Researcher journal: starting out

Buds opening on a plantWise words from a friend about the importance of keeping a researcher journal. I mentioned this at my PhD annual review this week and my reviewers agreed, so here goes.

I started my studies in January 2012 with Vicky Gunn (then director of the Learning and Teaching Centre, where I work), and Steve Draper, who had originally introduced me to the Jigsaw Classroom. My original title was awful – I knew that I wanted to look at the effect of peer interactions on learning, but Vicky said that I needed something to get past the Graduate School, so the title I submitted was: “Changing attitudes to co-operative learning in highly individual subjects: models from interdisciplinary subjects applied to the humanities.” Ugh. I couldn’t ever remember what it was called and I was not interested in the humanities. But it got me accepted and off I went.

Fast forward past suspension due to ill health and a change of supervisors (Fiona Patrick and Vic Lally) and my research is now about the effects of peer interaction on learning, and I’m going to be looking at some of the cMOOCish things that I do (my own working title is about messing around on the internet). I have got ethical approval for my research (more about that rigmarole later) and now I’m thinking about my methodology and lit review.

So if you see me messing around on Twitter, producing mashups and chatting – that’s me doing research. 😉

Beginning by dee_dee_creamer  shared under a Creative Commons (BY-ND) license

This entry was posted in Learning, MOOC, Online learning, Peer interaction, PhD, Researcher Journal and tagged , , , , . Bookmark the permalink.

5 Responses to Researcher journal: starting out

  1. scottx5 says:

    So how do you get peer interaction across disciplines? WILL people come out of their silos to talk to each other? Will they understand each other? Or are there commonalities we just don’t see?

    • NomadWarMachine says:

      I think there are commonalities, but it’s bloody hard to see them when you’re an overworked, stressed academic trying to keep up with REF and probably TEF and who knows ahat other nonsense. We used to have a staff club and a PG research club, and what struck us a lot was now much we had in common about what we thought and did. Needless to say management shut them down at the same time as they started exhorting us to be “interdisciplinary” – they just didn’t understand how networks work. Or – more cynical – they wanted to manage the collaborations and make sure they were the “right” ones.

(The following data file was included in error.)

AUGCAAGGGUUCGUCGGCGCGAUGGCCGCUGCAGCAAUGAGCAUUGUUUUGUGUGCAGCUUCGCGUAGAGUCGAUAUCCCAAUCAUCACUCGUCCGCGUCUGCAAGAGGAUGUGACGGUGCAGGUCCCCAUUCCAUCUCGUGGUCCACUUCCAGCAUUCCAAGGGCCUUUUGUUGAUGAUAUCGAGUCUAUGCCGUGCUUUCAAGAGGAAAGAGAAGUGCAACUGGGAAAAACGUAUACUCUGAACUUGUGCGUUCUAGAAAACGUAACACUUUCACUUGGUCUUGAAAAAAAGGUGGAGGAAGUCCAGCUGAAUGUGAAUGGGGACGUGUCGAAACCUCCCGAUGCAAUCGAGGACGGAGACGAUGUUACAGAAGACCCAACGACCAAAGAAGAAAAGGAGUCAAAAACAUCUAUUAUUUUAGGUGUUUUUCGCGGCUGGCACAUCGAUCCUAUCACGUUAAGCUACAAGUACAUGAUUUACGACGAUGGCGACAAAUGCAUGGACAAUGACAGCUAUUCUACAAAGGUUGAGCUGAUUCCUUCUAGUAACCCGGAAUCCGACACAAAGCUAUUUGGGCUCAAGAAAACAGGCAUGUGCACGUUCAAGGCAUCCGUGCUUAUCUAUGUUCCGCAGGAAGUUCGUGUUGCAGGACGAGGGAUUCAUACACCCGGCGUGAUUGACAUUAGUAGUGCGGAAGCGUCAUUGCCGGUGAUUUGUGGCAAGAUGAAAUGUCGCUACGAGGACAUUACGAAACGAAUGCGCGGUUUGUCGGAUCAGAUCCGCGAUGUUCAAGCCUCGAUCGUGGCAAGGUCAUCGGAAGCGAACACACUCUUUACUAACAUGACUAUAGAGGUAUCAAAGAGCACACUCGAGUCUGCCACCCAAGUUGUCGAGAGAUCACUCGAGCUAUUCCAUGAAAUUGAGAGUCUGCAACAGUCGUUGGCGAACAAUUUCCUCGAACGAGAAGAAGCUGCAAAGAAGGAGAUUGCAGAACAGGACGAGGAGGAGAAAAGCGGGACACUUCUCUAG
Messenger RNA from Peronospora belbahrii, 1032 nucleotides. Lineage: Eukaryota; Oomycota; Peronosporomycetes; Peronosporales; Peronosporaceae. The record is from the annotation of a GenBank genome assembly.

2. scottx5 says:

    We actually had an administration created group to build cooperation and comradery among departments that lasted only few weeks before the college president jumped in and started threatening people who didn’t toe the college line. Then we had a collective vision building day lead by an outside consultant who ended the day dismissing all our ideas as vague and meaningless. He closed with the story of a cheering section at an American university who had their instructions altered so when the 500 people in the stands held up their cards to spell out “We Rule!” it came out “We Suck!”

    One of the major things we ran into from management was the need to belittle people’s skills and direct every project to death. Since they themselves have no skills or knowledge the worked by some kind of method involving spells that drew tax money from the anterior lobes of crested macaques. That said, every cancelled project illustrates a fear they carry within.

  3. scottx5 says:

    Something to do with management needing to be “accountable” in a manner unrelated to what a “reasonable person” would observe they were doing.

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